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8.78: Trichotillomania (312.39)

  • Page ID
    23274
  • DSM-IV-TR criteria

    A. Recurrent pulling out of one’s hair resulting in noticeable hair loss.

    B. An increasing sense of tension immediately before pulling out the hair or when attempting to resist the behavior.

    C. Pleasure, gratification, or relief when pulling out the hair.

    D. The disturbance is not better accounted for by another mental disorder and is not due to a general medical condition (e.g., a dermatological condition.)

    E. The disturbance causes clinically significant distress or impairment in social, occupational, or other important areas of functioning.

    Associated Features

    Individuals with Trichotillomania are often seen by the public as having a habit of playing with their hair. The individual will examine the hair root, twirl it off, pull the strand of hair between their teeth, or may eat their hair. They usually do not pull their hair out in the presence of anyone except family members. The individual suffering from this disorder will deny that they pull out their hair, and will attempt to hide the resulting baldness. If the case is extreme, the individual may have urges to pull others hair, but often can refrain. Dolls, pets, carpet, and sweaters are often pulled on like hair, and nail biting, scratching, gnawing, and excoriation are often associated with this disorder.

    Child vs. Adult presentation

    The mean age of onset is 9 to 14 years old. It is more common during the first 20 years of someone’s life. There is not a difference in presentation between child and adults, however.

    Gender and cultural differences in presentation

    When presented in children, the rates between genders tend to be relatively equal. However, when Trichotillomania is present in an adult, it is more common in females. It has been found that 70-90% of pre-adolescents and adults that have this are female. This finding of an off-balance male-to-female ratio may be a result of the true gender ratio of the condition, or it could be due to treatment seeking curve formed due to cultural or gender based attitudes regarding acceptance of the associated features of this disease.

    Epidemiology

    Trichotillomania is now believed to be more common than it once was. Studies show that today the lifetime prevalence rate of this disorder is 0.6%.

    Etiology

    • There is evidence of a genetic predisposition, in which mutations found in a gene known as SLITRK1 have been linked to trichotillomania as well as to Tourette syndrome, a neurological disorder that causes a person to make unusual movements and sounds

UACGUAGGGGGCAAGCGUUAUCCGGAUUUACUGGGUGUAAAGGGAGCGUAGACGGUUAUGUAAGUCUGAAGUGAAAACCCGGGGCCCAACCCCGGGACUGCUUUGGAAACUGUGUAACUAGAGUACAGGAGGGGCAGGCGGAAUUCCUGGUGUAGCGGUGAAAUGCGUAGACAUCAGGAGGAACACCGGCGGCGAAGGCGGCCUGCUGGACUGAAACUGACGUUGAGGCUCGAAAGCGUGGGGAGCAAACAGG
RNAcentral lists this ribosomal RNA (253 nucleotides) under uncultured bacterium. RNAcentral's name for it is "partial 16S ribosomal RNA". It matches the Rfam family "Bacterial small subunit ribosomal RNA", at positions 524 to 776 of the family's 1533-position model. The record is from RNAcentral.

• Neurochemical problems can also play a role in Trichotillomania. Some studies suggest that abnormalities in the natural brain chemicals serotonin and dopamine may play a role in trichotillomania.

    Empirically supported treatments

    Proposed Dsm5 Changes (Dsm5.org)

    The work group is recommending that this disorder be reclassified from Impulse Control Disorders Not Elsewhere Classified to Anxiety and Obsessive-Compulsive Spectrum Disorders
    A. Recurrent pulling out of one’s hair resulting in hair loss.
    B. The hair pulling causes clinically significant distress or impairment in social, occupational, or other important areas of functioning.
    C . The hair pulling is not due to a general medical condition (e.g., a dermatological condition).
    D. The hair pulling is not restricted to the symptoms of another mental disorder (e.g., hair pulling due to preoccupation with appearance in Body Dysmorphic Disorder).

    The work group is considering an additional criterion that addresses urges to pull one’s hair or attempts to resist hair pulling.

    Rationale for Change

    Name: The term “mania” seems inappropriate for trichotillomania. However, changing too rapidly to a more descriptive term (eg hair-pulling disorder) may be confusing for clinicians, hence we propose to retain trichotillomania in parentheses

    A: Hair loss may not always be noticeable in those suffering from this disorder.

    B and C: Patients with chronic hair-pulling may or may not meet criteria B or C. Those who do and do not meet these criteria do not appear distinguishable on a range of clinical validators.

    D: The exclusion criterion may be more clinically useful if it lists disorders that may be misdiagnosed as trichotillomania. For purposes of clarity and consistency, we have used the phrase “not restricted to” in the hierarchy criterion of other disorders in our section.

    Severity

    Massachusetts General Hospital Hairpulling Scale (MGH-HPS) (Keuthen et al., 1995)

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